Effect of Transvenous Cardiac Resynchronization Therapy Device Implantation on Cardiac Troponin I Release


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Abstract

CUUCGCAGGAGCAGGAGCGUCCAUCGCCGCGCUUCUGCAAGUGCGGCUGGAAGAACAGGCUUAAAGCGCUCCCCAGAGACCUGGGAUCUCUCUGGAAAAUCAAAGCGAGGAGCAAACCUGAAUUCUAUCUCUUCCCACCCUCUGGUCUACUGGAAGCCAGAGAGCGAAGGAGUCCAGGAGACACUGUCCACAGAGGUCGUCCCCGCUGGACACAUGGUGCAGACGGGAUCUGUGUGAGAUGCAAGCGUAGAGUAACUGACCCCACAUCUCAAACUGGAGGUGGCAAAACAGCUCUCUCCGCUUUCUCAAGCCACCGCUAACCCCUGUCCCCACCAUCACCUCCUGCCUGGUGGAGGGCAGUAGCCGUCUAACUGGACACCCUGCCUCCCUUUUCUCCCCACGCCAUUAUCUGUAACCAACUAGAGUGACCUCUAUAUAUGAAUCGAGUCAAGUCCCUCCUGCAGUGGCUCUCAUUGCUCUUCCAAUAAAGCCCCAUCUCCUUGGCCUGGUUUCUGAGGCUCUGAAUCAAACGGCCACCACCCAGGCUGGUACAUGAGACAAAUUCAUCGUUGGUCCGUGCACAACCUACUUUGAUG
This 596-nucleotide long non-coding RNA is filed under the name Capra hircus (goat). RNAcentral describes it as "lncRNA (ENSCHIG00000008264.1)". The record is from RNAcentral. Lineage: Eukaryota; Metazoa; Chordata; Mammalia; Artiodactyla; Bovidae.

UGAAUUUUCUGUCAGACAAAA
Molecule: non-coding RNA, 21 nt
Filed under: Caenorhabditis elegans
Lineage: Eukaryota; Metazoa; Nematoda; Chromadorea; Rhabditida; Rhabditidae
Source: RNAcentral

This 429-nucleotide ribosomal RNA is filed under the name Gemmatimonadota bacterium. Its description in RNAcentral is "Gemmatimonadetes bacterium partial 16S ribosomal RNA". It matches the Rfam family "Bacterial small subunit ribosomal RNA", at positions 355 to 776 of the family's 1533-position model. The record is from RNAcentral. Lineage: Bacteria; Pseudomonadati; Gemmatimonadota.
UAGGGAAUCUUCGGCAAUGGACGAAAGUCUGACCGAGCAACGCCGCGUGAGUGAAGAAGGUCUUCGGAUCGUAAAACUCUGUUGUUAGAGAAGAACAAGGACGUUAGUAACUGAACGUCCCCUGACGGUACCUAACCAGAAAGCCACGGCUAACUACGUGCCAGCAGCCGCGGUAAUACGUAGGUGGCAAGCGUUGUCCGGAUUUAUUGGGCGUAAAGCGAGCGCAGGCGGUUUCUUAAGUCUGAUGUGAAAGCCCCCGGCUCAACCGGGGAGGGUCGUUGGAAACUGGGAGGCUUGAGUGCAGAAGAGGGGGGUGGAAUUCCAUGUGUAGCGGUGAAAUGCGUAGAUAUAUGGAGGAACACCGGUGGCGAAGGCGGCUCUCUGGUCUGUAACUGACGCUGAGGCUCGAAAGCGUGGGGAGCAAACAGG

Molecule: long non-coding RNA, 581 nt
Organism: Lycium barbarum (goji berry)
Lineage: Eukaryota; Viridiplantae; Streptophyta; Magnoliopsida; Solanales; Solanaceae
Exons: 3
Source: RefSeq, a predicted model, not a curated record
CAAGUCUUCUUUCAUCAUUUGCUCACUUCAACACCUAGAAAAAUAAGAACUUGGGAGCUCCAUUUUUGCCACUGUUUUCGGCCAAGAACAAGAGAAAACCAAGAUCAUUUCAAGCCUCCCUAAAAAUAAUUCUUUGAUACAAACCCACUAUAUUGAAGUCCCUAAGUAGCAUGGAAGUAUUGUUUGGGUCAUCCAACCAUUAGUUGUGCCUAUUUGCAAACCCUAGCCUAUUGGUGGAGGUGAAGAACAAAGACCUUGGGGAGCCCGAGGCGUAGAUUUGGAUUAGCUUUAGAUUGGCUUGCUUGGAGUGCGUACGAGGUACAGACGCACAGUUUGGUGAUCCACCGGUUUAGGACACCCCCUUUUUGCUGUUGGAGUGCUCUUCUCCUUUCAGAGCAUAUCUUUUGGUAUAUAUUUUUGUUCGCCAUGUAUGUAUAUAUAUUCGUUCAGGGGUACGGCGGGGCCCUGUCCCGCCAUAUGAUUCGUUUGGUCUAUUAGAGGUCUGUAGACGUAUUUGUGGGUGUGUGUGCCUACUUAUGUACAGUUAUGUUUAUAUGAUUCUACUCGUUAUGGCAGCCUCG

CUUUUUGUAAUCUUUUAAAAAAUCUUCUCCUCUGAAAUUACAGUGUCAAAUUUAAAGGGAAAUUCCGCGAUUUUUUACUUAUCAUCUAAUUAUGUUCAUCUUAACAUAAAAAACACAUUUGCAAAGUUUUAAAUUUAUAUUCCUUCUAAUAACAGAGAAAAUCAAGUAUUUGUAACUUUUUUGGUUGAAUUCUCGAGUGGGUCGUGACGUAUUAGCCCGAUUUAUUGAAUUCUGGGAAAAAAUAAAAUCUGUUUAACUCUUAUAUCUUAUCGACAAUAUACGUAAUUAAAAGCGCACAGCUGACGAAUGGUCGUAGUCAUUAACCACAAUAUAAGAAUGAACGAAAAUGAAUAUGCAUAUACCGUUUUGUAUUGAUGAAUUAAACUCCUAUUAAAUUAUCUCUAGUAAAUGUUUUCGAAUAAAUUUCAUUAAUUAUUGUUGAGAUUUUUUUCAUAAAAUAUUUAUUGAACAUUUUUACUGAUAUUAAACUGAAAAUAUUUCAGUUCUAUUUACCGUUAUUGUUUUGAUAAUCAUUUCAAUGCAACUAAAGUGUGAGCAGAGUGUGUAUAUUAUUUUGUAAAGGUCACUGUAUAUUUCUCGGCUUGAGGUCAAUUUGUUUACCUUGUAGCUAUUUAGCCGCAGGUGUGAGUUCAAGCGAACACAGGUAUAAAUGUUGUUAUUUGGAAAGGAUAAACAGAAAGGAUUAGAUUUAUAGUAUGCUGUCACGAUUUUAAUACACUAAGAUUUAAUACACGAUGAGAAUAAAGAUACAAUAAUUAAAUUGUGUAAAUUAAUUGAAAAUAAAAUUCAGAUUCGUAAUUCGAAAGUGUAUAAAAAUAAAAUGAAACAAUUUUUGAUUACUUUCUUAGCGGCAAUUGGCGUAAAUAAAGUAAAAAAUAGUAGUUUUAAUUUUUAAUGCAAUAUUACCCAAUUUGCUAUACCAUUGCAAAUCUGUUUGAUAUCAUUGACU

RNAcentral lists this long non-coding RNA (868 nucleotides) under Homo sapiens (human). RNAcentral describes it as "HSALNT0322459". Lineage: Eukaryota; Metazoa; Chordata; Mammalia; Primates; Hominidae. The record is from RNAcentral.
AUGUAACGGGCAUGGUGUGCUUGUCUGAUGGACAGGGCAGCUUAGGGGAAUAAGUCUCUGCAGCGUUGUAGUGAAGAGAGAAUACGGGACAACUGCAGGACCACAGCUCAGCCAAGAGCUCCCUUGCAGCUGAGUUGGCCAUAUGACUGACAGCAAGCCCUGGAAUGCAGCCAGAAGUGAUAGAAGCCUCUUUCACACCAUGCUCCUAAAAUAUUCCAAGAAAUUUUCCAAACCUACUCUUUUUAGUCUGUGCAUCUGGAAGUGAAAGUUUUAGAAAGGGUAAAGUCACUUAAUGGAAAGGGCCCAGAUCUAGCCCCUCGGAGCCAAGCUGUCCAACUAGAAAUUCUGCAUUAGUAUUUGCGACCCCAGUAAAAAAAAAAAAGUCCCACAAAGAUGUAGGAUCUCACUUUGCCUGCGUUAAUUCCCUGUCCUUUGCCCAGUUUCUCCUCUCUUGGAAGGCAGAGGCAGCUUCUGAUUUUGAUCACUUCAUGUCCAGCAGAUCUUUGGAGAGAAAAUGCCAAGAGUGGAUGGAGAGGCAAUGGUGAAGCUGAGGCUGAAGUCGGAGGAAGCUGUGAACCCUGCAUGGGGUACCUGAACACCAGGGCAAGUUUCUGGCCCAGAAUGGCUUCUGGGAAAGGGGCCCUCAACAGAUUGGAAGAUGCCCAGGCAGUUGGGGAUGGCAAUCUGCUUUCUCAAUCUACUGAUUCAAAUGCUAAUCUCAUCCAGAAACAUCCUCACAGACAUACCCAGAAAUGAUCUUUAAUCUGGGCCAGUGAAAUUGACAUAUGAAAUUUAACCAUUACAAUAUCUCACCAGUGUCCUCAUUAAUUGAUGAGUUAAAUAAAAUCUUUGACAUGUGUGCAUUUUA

BackgroundPacemaker and implantable cardioverter defibrillator (ICD) implantation increases cardiac troponin I (cTnI) levels which indicates myocardial injury. During implantation of a cardiac resynchronization therapy (CRT) device, balloon inflation for coronary sinus (CS) venogram, cannulation of CS side branch, and electrode advancement may interfere with CS drainage and, hence, may decrease the washout of toxic metabolites from the heart. Thus, CRT implantation may further increase cTnI levels. In this study, we investigated the effects of CRT implantation on cTnI release.MethodsWe included 10 patients (mean age = 57 ± 15 years) in whom a successful transvenous CRT system was implanted (CRT group). Twenty patients (mean age = 65 ± 10 years) who underwent a transvenous pacemaker or ICD implantation were included as the control group. Blood samples for cTnI were drawn at baseline and at six, 12, 18, and 24 hours thereafter.ResultsBaseline median cTnI levels were similar in CRT and control groups (0.03 ng/mL vs 0.02 ng/mL, respectively; P = 0.1). Postoperative cTnI levels during 24 hours were significantly higher in the CRT group (P < 0.05) by two-way repeated measures of analyis of variance. Post hoc analysis revealed that cTnI levels were higher at the 6th, 12th, 18th, and 24th hours compared to baseline levels (P < 0.001, P < 0.001, P < 0.01, and P < 0.01, respectively). There was a significant difference in the area under the curves (AUCs) of cTnI measurements (1.79 hr·ng/mL in the CRT group and 0.78 hr·ng/mL in the control group, P < 0.05).ConclusionPostoperative cTnI levels were higher after CRT implantation than simple pacemaker/ICD implantation. This may be due to CS manipulation during CRT implantation.

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